Jimi Hendrix Clara McCarty Captain Robert Gray Anna Louise StrongAnna Louise Strong Bailey Gatzert Home WWII Women Pilots
Search Encyclopedia
Facebook
Advanced Search
Donate Now! Book Store Featured Eassy Sponsor of the Week
Home About Us Contact Us Education Bookstore Tourism Advanced Search
6771 HistoryLink.org essays now available      
Donate Subscribe

Shortcuts

Libraries
Cyberpedias Cyberpedias
Timeline Essays Timeline Essays
People's Histories People's Histories

Selected Collections
Cities & Towns Cities & Towns
County Thumbnails Counties
Biographies Biographies
Interactive Cybertours Interactive Cybertours
Slide Shows Slideshows
Public Ports Public Ports
Audio & Video Audio & Video

Research Shortcuts

Map Searches
Alphabetical Search
Timeline Date Search
Topic Search

Features

Book of the Fortnight
Audio/Video Enhanced
History Bookshelf
Klondike Gold Rush Database
Duvall Newspaper Index
Wellington Scrapbook

More History

Washington FAQs
Washington Milestones
Honor Rolls
Columbia Basin
Everett
Olympia
Seattle
Spokane
Tacoma
Walla Walla
Roads & Rails

Timeline Library

< Browse to Previous Essay | Browse to Next Essay >

Ferry Kalakala begins using world's first commercial marine radar set on February 14, 1946.

HistoryLink.org Essay 9282 : Printer-Friendly Format

On February 14, 1946, the ferry Kalakala begins using a radar set on its Seattle-Bainbridge Island run. It is the first-ever commercial use of radar on a ship anywhere in the world. This occurs on the day that a sizable 5.8 earthquake hits Puget Sound.

Can Do Anything But Fry Eggs

The Seattle Times was invited on-board to see the radar in action. A report by the paper’s Robert Mahaffay said: 

“The ferry Kalakala’s radar set can do just about anything but fry eggs or talk seagull talk. After ten days of tinkering by experts, the set wound up and began pitching strikes today, to the pop-eyed amazement of those in the pilot house. The set, installed by the Raytheon Manufacturing Company of New York as a commercial-model experiment, is the first of its kind to be placed on any ship anywhere” (The Seattle Times).  

C. H. Sterns, chief electrician for the Black Ball Ferry Lines company, which operated the Kalakala, said, “It really isn’t any more complicated than a radio. And it certainly is going to take any hit-and-miss element out of fog-running. Why, the other day we even picked up a floating log on it” (The Seattle Times). 

You Can't Get Lost

Kalakala skipper Captain A. O. Rindal added:  

“For running in the fog it’s an absolute boon. If all ships had it, marine accidents would become virtually non-existent. You know exactly where you are every second. You can’t get lost” (The Seattle Times).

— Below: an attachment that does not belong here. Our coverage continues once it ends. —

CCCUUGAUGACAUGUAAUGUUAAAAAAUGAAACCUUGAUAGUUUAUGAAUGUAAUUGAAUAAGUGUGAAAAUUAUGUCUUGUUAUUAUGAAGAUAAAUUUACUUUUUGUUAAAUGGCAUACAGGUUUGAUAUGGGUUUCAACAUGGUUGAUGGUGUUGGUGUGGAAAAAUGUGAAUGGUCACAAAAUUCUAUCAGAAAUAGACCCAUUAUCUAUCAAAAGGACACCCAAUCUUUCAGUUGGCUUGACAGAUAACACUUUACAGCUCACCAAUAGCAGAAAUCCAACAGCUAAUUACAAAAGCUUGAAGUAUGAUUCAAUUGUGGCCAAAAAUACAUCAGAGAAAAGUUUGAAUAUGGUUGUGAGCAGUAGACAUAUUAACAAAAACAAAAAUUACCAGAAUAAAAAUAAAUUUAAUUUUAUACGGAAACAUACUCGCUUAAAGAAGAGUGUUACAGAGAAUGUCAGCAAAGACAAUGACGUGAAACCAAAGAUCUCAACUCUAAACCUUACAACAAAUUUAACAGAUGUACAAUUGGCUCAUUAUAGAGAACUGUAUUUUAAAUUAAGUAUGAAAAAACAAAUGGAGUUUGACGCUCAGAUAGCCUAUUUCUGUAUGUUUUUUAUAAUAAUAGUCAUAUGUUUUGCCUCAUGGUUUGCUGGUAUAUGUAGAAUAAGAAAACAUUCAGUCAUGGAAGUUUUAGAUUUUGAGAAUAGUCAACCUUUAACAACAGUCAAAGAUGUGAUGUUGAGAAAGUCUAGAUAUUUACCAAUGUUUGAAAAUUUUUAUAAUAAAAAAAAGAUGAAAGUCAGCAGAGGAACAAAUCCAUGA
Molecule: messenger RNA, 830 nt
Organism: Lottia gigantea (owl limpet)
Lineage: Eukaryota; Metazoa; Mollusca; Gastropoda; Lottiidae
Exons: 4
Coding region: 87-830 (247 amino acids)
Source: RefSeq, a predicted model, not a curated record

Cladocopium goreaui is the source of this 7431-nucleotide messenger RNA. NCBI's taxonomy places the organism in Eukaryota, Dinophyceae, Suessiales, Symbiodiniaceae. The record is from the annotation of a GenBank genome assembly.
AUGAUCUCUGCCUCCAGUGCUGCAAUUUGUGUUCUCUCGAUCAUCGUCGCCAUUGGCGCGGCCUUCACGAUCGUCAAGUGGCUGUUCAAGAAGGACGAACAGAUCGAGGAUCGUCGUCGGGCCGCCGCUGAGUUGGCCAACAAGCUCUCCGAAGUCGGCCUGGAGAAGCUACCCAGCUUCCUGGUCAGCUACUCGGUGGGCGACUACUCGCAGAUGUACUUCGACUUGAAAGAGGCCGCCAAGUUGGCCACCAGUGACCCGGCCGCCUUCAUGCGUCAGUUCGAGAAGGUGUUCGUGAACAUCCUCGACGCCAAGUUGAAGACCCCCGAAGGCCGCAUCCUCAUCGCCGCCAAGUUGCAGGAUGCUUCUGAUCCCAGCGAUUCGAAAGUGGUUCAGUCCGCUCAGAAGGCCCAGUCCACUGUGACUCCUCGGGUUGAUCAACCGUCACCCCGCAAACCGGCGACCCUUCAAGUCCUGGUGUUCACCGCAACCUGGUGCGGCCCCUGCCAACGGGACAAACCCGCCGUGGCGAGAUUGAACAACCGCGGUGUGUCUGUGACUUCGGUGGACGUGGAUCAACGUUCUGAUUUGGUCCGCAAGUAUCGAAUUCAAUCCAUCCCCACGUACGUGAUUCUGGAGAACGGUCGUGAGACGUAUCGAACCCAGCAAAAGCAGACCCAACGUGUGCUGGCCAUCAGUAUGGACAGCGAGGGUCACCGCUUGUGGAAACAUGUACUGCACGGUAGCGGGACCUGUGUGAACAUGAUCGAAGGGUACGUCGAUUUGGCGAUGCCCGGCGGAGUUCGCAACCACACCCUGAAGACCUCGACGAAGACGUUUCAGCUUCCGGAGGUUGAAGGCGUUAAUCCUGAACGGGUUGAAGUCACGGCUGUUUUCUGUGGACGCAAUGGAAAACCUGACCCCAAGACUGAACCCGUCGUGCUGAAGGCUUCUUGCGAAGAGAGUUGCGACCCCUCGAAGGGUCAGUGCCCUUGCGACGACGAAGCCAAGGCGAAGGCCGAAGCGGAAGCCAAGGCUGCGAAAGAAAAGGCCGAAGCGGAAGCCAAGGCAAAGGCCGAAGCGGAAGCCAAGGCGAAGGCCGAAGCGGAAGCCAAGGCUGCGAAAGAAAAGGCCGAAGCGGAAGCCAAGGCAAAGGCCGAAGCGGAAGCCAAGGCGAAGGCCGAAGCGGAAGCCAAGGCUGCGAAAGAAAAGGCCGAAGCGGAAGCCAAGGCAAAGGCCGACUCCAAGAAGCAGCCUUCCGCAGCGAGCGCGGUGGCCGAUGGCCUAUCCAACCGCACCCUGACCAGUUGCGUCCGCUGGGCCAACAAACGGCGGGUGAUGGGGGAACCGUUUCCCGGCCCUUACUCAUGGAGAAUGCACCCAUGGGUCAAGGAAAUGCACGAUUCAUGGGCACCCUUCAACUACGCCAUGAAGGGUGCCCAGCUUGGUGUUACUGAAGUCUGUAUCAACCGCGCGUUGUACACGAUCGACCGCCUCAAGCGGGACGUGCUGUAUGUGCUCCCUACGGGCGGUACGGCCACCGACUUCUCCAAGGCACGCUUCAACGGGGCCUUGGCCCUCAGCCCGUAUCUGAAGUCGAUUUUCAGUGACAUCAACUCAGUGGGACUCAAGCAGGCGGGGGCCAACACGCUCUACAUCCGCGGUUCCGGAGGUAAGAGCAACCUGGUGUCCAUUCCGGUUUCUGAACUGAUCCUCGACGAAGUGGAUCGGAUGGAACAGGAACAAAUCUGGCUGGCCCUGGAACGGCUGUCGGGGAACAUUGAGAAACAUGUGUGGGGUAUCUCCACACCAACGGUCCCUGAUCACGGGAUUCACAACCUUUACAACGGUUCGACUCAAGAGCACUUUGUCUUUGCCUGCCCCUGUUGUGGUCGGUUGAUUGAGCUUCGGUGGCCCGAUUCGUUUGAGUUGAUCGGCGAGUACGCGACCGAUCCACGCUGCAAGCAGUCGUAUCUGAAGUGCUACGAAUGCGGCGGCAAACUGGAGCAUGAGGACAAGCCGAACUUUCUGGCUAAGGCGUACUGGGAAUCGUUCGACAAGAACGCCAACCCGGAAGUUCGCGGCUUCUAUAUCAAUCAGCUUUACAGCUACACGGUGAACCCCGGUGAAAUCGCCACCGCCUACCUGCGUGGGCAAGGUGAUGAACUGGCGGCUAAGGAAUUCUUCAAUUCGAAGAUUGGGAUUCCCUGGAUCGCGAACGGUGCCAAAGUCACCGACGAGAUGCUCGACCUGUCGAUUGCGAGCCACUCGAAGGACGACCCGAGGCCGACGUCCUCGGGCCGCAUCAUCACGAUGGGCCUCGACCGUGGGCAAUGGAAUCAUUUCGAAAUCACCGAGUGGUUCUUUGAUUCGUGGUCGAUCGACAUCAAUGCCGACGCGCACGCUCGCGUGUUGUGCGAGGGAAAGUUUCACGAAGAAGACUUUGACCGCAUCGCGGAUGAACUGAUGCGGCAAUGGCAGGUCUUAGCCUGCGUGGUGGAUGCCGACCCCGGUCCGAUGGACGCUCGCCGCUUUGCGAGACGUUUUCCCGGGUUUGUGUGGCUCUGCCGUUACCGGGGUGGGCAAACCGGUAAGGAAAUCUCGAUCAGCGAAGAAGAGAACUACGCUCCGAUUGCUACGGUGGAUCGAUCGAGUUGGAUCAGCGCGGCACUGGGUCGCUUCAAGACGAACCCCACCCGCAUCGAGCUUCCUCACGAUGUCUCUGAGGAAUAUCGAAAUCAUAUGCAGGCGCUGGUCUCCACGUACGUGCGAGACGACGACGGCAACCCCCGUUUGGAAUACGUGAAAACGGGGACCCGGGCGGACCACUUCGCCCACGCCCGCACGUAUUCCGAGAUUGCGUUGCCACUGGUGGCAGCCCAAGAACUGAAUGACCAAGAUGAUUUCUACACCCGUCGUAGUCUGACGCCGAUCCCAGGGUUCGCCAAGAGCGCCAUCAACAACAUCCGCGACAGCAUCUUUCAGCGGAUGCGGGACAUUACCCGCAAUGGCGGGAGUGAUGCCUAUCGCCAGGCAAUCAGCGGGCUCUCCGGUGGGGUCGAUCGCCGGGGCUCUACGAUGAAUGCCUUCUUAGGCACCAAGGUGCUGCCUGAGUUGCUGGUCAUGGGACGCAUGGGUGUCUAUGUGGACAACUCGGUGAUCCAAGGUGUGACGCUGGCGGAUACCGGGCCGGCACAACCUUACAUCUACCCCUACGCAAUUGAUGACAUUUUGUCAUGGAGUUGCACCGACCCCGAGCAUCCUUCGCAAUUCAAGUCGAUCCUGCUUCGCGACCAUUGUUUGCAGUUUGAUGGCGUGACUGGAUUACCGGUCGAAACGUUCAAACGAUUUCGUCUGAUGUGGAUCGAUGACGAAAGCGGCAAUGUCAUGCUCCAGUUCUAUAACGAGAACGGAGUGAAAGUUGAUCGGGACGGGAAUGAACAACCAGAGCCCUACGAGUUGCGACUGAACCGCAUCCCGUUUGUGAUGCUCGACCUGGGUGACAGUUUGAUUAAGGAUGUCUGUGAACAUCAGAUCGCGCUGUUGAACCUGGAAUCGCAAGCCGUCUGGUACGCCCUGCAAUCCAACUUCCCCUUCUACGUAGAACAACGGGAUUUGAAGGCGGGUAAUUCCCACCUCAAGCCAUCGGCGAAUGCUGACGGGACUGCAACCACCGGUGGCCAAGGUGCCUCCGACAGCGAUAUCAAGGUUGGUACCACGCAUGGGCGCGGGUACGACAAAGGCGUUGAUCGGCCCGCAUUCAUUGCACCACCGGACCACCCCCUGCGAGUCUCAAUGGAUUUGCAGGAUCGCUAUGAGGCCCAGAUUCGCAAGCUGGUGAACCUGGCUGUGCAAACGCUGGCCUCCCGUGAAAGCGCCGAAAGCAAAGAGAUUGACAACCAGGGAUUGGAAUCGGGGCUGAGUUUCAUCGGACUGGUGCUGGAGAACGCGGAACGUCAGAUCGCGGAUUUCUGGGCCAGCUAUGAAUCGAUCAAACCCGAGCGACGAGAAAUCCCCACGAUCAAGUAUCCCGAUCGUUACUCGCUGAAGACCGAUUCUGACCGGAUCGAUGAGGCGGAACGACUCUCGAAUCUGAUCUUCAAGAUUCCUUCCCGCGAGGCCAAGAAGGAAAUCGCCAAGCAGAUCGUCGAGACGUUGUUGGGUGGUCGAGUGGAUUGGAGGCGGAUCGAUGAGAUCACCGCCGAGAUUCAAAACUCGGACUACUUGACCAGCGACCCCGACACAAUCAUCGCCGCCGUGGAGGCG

The Kalakala’s radar set displayed water as black on its five-inch radius dial, with land masses, ships, buoys, and others objects displaying as white. A blue light swept around the dial and continually refreshed its picture as the radar’s antenna responded to the changing position of objects. 

E. W. Peabody, marine superintendent for Black Ball Ferry Lines, said:  

“It’s very good, and we hope eventually to have them on all the ferries. Right now, though, we can’t get them. What the instrument really is is a Navy model with commercial modifications” (The Seattle Times).

Sources:
Robert Mahaffay, “Kalakala’s New Radar Set Lessens Fog-Running Risks,” The Seattle Times, February 15, 1946, p. A-1.


Travel through time (chronological order):
< Browse to Previous Essay | Browse to Next Essay >

Special Suite: Washington State Ferries |

Related Topics: Maritime |

Licensing: This essay is licensed under a Creative Commons license that encourages reproduction with attribution. Credit should be given to both HistoryLink.org and to the author, and sources must be included with any reproduction. Click the icon for more info. Please note that this Creative Commons license applies to text only, and not to images. For more information regarding individual photos or images, please contact the source noted in the image credit.
This work is licensed under a Creative Commons Attribution-NonCommercial-NoDerivs 3.0 Unported License


Major Support for HistoryLink.org Provided By: The State of Washington | Patsy Bullitt Collins | Paul G. Allen Family Foundation | Museum Of History & Industry | 4Culture (King County Lodging Tax Revenue) | City of Seattle | City of Bellevue | City of Tacoma | King County | The Peach Foundation | Microsoft Corporation, Other Public and Private Sponsors and Visitors Like You




Ferry Kalakala on Puget Sound, 1940s
Postcard


Ferry Kalakala with naval ships, Elliott Bay, 1940s
Postcard


 
Home About Us Contact Us Education Bookstore Tourism Advanced Search

HistoryLink.org is the first online encyclopedia of local and state history created expressly for the Internet. (SM)
HistoryLink.org is a free public and educational resource produced by History Ink, a 501 (c) (3) tax-exempt corporation.
Contact us by phone at 206.447.8140, by mail at Historylink, 1411 4th Ave. Suite 803, Seattle WA 98101 or email admin@historylink.org